The father and son will open the firm in January. In an internal e-mail, Patton Boggs partner Thomas Boggs said he and Breaux are discussing ways for Breaux to continue working with Patton Boggs as counsel. A statement from Breaux included in the e-mail expressed gratitude to Patton Boggs, but said “the challenge and opportunity to start a new business with my son is something that I cannot pass up.”
Neither Breaux nor Boggs returned calls seeking comment. Stuart Pape, the firm’s managing partner, confirmed the legitimacy of the e-mail obtained by Legal Times, but said he could not otherwise comment.
The move comes after weeks of rumors about whether Breaux would stay with the firm after the end of the year, with well-sourced K Streeters buzzing about the fact that he had not yet renewed his contract. The announcement is also sure to juice already rampant speculation about a possible partnership between Breaux and Sen. Trent Lott, R-Miss., who announced this week that he will retire from the Senate at the end of the year. Lott has not yet said what he will do next, but hasn’t ruled out lobbying and would be a high-profile hire for K Street. He and Breaux are close friends, and could form a powerful axis with deep ties to the Gulf Coast.
Lott’s son, Kentucky-based lobbyist Chester Lott, currently an affiliate of the Livingston Group, says his father honestly hasn’t yet decided what to do. In an interview with Legal Times a few hours before Breaux’s announcement, when asked if the two might go into business together, Chester Lott said his father and Breaux have “been kidding around about that since they were in the Senate, because you know they used to make deals in the Senate. There’s been no formal talks at all, and ... he can’t get in any of these talks now with anybody and wouldn’t.”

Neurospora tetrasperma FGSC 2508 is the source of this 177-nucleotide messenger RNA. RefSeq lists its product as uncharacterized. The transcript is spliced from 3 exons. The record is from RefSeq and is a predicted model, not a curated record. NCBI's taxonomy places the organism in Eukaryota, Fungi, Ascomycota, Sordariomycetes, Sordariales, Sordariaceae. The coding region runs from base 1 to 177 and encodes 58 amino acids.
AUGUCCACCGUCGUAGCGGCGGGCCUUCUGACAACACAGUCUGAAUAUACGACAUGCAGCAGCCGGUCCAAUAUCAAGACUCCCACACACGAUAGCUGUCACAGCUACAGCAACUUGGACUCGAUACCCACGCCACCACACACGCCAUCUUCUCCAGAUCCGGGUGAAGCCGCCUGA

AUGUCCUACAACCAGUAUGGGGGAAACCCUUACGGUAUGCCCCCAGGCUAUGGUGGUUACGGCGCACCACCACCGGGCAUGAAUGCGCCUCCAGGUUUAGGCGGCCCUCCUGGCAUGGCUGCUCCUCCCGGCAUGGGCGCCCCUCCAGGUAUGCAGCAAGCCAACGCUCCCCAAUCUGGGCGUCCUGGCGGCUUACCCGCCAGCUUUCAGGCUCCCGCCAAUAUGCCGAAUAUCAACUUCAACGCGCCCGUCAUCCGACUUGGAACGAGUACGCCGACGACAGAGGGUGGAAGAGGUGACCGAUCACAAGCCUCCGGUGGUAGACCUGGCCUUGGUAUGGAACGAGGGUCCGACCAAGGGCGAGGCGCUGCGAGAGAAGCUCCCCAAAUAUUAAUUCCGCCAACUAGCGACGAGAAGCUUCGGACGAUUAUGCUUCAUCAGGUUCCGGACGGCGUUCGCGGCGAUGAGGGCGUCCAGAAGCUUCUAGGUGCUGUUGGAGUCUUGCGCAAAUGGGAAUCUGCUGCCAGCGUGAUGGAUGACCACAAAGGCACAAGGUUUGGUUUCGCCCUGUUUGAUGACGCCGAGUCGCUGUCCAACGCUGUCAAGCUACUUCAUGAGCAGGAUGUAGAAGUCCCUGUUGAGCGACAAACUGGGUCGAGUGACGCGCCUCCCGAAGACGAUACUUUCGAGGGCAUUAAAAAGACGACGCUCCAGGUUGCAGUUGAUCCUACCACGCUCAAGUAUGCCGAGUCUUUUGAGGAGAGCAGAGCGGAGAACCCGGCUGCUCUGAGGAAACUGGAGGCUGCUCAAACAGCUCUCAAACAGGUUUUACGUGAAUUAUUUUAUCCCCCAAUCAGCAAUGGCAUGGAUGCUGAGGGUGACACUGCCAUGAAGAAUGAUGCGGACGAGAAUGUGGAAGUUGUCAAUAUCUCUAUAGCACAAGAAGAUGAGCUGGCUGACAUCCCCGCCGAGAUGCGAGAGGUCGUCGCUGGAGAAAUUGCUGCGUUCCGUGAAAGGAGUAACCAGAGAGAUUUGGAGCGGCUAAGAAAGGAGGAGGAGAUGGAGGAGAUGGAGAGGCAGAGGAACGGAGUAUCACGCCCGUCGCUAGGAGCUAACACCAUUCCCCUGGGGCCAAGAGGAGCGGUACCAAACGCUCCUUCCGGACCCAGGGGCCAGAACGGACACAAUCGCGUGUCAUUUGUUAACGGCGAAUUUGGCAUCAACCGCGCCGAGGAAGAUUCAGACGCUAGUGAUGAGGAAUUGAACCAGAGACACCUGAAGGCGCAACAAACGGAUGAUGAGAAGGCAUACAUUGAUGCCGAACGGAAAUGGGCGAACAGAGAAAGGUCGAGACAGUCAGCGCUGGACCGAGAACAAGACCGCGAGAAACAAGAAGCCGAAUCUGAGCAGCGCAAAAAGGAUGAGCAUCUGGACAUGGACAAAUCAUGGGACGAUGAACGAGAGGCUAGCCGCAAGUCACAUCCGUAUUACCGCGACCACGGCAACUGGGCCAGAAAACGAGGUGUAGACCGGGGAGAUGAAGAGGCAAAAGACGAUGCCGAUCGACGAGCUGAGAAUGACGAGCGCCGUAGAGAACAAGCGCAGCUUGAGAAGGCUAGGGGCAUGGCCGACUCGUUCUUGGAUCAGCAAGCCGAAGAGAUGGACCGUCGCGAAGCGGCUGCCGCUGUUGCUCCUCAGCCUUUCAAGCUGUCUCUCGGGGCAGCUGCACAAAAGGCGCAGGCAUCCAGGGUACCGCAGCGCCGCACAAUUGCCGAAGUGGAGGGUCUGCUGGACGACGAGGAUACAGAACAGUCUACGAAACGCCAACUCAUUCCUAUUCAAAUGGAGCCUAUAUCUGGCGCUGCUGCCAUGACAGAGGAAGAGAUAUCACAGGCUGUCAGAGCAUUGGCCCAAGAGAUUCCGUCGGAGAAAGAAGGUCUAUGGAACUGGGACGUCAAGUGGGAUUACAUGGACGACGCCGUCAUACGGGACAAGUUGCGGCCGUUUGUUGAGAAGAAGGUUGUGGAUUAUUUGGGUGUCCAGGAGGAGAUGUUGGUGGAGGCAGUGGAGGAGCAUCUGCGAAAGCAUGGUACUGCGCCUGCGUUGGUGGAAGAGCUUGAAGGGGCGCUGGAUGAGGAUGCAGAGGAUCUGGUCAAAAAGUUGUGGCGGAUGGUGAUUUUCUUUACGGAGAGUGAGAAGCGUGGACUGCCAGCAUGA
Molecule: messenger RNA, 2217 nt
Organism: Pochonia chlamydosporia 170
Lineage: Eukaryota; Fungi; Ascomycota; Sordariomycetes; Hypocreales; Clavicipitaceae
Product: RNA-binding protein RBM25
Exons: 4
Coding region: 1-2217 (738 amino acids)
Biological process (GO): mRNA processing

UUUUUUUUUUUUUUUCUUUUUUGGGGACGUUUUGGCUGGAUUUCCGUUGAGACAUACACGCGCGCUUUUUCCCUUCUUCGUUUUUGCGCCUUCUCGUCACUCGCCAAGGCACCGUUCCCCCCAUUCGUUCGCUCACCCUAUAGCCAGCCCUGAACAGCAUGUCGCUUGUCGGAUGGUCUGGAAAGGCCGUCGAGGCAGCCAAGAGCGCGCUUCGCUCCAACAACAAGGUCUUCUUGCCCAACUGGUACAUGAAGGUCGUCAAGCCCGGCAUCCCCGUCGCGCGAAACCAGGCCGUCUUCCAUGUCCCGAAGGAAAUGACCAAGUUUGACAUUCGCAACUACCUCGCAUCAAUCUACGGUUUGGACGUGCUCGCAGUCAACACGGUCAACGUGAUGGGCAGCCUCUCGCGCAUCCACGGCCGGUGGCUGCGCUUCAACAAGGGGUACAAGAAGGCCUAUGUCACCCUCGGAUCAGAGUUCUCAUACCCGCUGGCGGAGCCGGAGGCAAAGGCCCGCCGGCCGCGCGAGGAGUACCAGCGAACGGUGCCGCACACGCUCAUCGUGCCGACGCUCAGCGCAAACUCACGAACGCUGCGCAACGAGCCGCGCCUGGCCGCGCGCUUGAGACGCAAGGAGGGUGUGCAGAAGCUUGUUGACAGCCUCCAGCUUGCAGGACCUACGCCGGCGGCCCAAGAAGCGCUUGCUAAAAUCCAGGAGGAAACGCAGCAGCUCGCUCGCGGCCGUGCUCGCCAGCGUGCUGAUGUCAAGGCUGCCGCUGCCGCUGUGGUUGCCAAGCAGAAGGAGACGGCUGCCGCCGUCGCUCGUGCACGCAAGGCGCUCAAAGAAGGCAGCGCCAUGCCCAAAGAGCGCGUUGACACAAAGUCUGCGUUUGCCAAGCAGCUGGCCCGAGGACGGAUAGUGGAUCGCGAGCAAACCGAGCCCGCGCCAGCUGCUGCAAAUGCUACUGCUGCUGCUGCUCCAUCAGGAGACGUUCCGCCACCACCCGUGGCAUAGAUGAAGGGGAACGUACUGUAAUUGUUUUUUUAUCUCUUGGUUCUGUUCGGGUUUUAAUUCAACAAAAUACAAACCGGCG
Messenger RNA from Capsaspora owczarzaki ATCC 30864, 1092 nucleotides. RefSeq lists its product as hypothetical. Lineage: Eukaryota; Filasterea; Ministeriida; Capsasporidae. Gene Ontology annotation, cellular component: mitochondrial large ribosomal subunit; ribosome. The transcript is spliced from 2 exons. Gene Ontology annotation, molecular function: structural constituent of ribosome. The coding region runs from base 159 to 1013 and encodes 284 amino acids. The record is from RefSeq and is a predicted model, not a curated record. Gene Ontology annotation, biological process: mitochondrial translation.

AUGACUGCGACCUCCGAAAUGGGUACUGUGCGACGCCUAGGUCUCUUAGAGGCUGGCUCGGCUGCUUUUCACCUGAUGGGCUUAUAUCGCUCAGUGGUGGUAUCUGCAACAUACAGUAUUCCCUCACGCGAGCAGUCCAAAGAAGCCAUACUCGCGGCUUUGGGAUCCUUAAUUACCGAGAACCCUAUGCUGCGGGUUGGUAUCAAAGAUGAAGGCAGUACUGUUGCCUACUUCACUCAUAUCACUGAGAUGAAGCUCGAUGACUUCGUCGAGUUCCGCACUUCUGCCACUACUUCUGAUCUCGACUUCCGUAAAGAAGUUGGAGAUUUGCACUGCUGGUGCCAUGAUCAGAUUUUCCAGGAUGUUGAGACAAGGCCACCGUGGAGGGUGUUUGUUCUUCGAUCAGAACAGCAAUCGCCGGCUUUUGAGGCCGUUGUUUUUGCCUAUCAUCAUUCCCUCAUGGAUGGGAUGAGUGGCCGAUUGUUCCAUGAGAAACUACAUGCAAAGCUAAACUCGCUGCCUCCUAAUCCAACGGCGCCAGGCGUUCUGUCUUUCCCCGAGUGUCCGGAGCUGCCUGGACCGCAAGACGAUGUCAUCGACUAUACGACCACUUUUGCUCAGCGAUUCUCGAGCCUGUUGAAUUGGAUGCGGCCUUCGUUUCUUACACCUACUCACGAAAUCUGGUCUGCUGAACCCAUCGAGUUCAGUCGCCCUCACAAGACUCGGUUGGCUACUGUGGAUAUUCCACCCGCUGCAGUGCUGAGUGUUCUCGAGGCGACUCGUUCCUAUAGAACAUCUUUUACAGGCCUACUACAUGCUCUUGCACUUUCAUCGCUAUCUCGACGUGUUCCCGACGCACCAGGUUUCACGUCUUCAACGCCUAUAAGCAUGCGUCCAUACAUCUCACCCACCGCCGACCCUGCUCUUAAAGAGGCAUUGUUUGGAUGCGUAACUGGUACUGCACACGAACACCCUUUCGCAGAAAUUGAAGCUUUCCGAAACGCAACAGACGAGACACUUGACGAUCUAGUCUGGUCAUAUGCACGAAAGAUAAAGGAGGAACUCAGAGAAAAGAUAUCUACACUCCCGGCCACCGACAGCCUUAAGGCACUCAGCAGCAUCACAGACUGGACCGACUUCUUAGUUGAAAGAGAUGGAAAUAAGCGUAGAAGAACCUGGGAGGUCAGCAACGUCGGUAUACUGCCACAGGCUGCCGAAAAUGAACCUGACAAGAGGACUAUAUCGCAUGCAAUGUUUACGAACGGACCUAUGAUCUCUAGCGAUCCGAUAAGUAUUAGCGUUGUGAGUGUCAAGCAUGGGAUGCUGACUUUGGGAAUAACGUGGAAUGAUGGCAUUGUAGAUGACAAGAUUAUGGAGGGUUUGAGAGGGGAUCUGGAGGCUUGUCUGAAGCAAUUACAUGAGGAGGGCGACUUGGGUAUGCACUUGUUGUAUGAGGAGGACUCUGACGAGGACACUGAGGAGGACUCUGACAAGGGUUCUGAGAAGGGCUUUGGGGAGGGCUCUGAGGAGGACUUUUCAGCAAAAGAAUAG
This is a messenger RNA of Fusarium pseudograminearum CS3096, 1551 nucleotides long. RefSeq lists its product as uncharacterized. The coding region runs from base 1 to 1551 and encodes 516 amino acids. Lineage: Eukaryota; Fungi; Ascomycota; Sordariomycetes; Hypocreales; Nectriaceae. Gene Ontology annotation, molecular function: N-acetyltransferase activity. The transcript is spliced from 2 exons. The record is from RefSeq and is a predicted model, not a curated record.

Asked about his own plans, Chester Lott said that “it just depends on what Dad decides down the road.”
While in office, Breaux was known as a Senate dealmaker with bipartisan ties. His decision to step down three years ago was greeted with a flurry of offers so overwhelming, he hired an agent to sort through them before choosing Patton Boggs. His annual salary from the firm is reportedly between $1 and $2 million.
Breaux quickly became one of the firm’s leading rainmakers, with colleagues going out of their way to publicly praise his work ethic, collegial attitude and willingness to solicit new business. When he toyed with running for governor of Louisiana last year, observers said it would be difficult for the firm to lose him. His lobbying client list reflects his Louisiana ties, and includes the port of New Orleans and Louisiana Economic Development. Breaux also led efforts to help the state recover in the wake of Hurricane Katrina. But his reach goes beyond his home state: the list also includes Sallie Mae, Cerberus Capital Management and Royal Caribbean Cruises. Midyear reports for Breaux clients this year totalled more than $1.75 million in revenue reported under the Lobbying Disclosure Act alone. It’s unclear whether those clients will remain with Patton Boggs.
In his e-mail, Boggs described Breaux as “an extremely valuable part of the Patton Boggs team,” but said he understood Breaux’s desire to go into business with his son.